Ireland is the country most vulnerable to trade and migratory aftershocks from a potential Brexit, with Luxembourg and the Netherlands following close behind.
“Ireland’s 499-kilometre border with the UK encourages vigorous trade in merchandise and services, as well as substantial migratory flows between the two countries,” according to S&P Global Ratings' latest Brexit Sensitivity Index (BSI), published on Monday.
The rating agency's first edition was published on June 9, 2016, just after the UK voted to leave the European Union.
Ireland’s financial sector’s exposure to the UK is also the fourth highest of all 21 economies studied in the index this year, reflecting the size of Irish banking subsidiaries operating in the UK. However, the Irish banking system has reduced its UK footprint in recent year and continues to do so, the report noted.
At 8.5 per cent of its gross domestic product, Ireland exports more goods and services to the UK than any other sovereign on the index, and deep supply chains extend between Ireland and Northern Ireland, most notably in agricultural and food processing.
Meanwhile, the number of Irish residents in the UK and vice versa totals 16.7 per cent of Ireland’s population, S&P said, citing official data from both countries. The figure is twice that of the next largest bi-directional migratory figure – 8.5 per cent for Malta, according to the report.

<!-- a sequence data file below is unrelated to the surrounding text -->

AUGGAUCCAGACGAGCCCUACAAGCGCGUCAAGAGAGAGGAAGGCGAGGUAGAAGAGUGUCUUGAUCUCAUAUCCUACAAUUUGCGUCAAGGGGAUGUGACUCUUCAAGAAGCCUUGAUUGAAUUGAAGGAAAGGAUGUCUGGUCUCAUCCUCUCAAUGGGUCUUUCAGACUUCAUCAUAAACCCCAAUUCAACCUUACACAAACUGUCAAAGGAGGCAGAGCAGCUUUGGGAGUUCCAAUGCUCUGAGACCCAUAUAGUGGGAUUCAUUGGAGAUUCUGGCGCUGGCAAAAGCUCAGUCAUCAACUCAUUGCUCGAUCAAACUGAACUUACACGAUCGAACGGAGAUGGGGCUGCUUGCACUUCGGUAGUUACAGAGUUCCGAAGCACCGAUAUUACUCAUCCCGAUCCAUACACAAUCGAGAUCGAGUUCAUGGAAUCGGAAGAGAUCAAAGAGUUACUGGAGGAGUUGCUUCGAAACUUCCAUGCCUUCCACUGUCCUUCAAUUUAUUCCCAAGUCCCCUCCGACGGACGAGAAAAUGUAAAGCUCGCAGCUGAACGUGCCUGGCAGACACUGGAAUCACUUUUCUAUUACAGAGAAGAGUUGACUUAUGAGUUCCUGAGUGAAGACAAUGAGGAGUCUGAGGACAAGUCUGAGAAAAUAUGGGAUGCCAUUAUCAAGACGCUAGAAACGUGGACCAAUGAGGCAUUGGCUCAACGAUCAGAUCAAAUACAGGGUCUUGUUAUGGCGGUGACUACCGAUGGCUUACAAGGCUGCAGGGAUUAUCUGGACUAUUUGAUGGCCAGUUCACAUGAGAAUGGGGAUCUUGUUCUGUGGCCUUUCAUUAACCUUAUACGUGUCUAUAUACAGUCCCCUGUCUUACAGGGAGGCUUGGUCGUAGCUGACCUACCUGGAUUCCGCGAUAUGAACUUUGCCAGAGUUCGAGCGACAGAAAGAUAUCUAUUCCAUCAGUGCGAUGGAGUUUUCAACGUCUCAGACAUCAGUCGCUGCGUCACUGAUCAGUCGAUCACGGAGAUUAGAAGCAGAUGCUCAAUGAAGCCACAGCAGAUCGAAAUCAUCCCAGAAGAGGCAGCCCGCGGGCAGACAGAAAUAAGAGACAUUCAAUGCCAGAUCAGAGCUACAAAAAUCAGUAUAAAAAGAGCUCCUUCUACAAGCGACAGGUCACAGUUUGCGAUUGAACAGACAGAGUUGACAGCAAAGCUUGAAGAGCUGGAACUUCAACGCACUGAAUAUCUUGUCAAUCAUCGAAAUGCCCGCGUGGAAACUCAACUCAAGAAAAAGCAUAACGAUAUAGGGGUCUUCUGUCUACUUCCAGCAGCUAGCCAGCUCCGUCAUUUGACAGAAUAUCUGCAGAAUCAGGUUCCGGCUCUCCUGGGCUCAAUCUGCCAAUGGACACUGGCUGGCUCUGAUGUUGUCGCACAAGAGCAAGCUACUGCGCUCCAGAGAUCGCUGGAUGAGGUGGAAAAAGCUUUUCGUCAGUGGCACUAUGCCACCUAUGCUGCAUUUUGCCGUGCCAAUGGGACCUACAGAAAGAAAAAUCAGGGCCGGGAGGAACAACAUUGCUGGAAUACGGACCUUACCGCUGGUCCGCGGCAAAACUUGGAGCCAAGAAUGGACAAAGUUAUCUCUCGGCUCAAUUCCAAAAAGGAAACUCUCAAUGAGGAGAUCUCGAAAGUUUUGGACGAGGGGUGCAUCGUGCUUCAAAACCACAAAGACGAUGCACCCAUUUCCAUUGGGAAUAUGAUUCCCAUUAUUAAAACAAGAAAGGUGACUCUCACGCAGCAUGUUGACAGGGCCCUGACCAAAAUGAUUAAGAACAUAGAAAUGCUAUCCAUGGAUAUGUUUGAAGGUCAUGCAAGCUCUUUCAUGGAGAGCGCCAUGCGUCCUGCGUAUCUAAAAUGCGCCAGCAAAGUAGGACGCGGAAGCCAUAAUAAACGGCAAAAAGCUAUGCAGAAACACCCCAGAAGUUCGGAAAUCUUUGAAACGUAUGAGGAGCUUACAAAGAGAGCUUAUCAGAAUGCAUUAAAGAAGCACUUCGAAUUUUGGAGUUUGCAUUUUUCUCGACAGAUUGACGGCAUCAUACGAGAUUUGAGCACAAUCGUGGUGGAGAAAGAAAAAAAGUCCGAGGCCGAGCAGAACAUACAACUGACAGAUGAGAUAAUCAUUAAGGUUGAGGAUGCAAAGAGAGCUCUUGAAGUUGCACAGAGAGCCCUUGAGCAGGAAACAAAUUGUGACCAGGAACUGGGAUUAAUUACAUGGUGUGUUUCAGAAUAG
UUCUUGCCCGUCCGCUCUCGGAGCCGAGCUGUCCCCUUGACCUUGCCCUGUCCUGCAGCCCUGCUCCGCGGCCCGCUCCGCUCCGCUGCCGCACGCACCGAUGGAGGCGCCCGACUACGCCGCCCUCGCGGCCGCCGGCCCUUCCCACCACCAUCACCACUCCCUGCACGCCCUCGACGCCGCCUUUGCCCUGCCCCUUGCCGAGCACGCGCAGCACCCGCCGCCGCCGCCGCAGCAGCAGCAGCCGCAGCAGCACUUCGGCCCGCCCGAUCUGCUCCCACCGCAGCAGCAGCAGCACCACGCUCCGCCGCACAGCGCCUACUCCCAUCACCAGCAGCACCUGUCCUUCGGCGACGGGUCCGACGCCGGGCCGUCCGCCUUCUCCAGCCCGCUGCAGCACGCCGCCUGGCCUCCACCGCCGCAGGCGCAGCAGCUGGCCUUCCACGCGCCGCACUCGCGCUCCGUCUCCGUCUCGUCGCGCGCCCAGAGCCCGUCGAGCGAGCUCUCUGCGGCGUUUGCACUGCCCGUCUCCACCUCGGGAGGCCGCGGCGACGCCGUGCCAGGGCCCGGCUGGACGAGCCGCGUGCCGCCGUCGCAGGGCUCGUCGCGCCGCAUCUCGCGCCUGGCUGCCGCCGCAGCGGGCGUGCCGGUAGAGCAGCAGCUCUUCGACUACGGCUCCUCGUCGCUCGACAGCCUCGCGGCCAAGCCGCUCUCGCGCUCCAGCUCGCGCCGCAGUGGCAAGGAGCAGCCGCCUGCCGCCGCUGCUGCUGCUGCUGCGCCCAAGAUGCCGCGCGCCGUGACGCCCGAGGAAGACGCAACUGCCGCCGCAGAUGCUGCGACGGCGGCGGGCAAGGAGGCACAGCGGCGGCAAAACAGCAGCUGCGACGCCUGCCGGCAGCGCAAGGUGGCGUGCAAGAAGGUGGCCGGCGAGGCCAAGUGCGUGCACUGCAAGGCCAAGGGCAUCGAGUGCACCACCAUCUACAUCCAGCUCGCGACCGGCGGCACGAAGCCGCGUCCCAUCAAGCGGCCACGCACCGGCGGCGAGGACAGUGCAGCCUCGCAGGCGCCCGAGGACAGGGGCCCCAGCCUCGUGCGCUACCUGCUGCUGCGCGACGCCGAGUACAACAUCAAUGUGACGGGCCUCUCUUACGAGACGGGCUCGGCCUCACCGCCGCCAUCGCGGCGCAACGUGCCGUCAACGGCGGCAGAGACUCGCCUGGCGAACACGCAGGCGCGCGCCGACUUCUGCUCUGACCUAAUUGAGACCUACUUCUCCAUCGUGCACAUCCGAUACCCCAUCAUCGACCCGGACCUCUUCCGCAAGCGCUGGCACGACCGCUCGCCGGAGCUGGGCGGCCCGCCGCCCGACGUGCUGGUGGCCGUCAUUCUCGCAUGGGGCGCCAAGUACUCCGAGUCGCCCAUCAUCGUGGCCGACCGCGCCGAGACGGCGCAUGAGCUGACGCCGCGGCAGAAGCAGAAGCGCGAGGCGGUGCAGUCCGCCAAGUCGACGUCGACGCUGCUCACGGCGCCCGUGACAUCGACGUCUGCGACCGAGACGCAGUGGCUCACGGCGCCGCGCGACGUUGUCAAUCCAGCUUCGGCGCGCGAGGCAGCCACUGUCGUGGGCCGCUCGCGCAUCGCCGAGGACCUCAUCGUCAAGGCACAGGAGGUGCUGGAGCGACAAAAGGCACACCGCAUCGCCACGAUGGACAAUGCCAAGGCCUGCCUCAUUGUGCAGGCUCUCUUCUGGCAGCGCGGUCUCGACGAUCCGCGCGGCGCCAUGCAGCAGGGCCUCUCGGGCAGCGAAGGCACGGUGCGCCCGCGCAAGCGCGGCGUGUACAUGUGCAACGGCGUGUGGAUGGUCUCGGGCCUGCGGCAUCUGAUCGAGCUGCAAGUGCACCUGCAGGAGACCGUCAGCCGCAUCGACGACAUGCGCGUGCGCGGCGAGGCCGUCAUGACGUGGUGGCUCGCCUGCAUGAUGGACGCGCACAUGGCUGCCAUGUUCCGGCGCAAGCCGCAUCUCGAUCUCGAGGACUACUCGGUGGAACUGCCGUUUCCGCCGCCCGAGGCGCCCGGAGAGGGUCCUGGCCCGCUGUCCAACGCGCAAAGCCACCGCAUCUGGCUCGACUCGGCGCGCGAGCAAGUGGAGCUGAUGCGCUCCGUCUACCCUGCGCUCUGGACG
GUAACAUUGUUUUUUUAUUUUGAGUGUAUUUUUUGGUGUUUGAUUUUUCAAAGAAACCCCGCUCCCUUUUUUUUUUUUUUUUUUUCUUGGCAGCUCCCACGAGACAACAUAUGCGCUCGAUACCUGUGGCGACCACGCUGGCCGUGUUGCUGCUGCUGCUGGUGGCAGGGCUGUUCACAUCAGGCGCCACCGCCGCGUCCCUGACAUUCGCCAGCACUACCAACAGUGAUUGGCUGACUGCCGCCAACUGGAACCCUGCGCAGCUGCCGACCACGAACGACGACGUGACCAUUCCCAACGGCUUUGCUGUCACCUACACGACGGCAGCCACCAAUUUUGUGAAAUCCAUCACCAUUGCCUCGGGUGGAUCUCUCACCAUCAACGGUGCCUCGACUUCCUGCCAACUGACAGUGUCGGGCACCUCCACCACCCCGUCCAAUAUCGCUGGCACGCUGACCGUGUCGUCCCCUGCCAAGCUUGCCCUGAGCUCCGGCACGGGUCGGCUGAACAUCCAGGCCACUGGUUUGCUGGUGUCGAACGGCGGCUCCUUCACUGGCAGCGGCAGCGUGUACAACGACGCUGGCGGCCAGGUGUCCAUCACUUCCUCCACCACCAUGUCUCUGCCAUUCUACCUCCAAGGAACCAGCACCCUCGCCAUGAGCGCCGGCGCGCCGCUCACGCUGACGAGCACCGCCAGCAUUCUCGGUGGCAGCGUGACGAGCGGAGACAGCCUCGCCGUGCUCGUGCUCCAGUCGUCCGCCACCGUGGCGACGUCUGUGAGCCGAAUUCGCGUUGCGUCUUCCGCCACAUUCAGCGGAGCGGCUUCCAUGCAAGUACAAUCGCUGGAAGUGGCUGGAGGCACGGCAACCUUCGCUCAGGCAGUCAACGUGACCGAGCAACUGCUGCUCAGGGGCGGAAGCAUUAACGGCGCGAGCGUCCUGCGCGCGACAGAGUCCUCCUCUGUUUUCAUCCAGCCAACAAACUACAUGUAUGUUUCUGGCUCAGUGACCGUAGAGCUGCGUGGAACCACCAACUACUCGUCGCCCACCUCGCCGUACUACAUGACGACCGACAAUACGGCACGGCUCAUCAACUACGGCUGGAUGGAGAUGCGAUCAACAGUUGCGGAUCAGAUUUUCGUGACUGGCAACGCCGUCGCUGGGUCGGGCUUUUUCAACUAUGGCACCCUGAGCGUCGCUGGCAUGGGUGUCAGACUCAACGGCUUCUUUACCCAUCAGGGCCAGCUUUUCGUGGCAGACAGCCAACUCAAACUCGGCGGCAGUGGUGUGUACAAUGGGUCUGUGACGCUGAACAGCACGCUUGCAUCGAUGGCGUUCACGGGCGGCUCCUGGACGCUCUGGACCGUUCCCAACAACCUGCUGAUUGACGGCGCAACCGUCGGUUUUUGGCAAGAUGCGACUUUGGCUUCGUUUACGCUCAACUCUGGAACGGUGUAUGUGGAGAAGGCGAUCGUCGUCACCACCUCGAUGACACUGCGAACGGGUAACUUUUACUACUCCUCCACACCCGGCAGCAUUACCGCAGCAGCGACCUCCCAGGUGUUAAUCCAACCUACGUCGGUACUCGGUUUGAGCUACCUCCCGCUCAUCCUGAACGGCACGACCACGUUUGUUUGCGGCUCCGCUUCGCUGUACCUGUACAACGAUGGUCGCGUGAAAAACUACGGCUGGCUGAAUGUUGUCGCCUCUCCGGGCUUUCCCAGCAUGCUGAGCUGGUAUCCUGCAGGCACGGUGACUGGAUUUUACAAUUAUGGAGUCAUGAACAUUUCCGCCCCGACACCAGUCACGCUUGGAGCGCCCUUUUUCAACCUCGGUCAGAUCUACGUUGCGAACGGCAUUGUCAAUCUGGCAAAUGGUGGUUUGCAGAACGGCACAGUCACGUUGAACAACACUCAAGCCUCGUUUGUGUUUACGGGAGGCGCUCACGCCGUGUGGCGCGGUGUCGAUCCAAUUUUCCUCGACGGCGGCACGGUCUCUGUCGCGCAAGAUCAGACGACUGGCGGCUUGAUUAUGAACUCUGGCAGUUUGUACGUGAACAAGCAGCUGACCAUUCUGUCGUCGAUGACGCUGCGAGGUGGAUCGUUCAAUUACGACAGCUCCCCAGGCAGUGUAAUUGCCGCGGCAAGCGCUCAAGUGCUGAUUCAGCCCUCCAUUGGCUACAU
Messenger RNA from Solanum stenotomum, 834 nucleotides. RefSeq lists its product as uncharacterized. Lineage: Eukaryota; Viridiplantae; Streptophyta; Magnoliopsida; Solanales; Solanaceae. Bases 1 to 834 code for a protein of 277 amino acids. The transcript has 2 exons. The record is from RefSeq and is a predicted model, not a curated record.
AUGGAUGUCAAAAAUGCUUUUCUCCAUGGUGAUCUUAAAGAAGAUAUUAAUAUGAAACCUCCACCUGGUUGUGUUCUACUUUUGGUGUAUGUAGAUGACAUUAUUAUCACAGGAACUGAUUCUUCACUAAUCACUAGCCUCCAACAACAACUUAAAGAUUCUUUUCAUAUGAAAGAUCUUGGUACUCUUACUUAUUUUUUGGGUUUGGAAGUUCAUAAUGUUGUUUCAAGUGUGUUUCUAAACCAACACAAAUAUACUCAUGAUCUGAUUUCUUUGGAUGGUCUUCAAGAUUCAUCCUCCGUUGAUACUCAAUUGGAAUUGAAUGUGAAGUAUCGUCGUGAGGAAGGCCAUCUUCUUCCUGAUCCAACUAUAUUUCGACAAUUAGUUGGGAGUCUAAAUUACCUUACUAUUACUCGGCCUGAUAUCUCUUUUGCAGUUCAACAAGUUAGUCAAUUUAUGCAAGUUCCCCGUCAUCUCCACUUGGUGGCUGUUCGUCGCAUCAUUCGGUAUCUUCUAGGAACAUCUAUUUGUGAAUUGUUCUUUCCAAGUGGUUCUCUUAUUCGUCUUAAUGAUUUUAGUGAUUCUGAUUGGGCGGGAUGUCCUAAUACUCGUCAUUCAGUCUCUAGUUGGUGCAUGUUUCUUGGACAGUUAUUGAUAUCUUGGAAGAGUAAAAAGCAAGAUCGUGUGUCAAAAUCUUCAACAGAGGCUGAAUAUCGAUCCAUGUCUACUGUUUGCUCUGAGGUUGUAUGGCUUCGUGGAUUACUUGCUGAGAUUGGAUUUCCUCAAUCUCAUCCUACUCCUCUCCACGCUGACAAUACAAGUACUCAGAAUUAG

“Given all of these connections with the UK, there is little doubt that a no-deal Brexit would represent a sizeable shock to Ireland's small open economy,” S&P said.
“Nevertheless, we would expect that Ireland’s highly flexible economy would reorient trade toward even larger trading partners, such as the remaining EU countries and the US.”
Ireland is also well placed to attract some displaced foreign direct investment from a post-Brexit Britain, for example UK-based financial subsidiaries that sell services in the EU market, it said.
The BSI measures export of goods and services to the UK, bi-directional migrant flows, financial sector claims on UK counterparties on an ultimate risk basis, and foreign direct investment in the UK (excluding by special purpose vehicles).
The Netherlands moved up four places since the 2016 index to become the third most vulnerable economy to Brexit. This was on account of the fact that between 2015 and 2018, Dutch exports to the UK increased by nearly 0.6 per cent of GDP and the country's banks carry high exposures to UK counterparties.
Luxembourg is the second most vulnerable country, according to S&P, due to its sizeable claims on UK financial institutions and high exports, as many companies redirect via the tax haven for tax purposes.
The British Parliament on Monday will hold a second round of indicative votes on various Brexit alternatives, and the customs union could emerge as a preferred solution for lawmakers who have rejected Prime Minister Theresa May’s deal.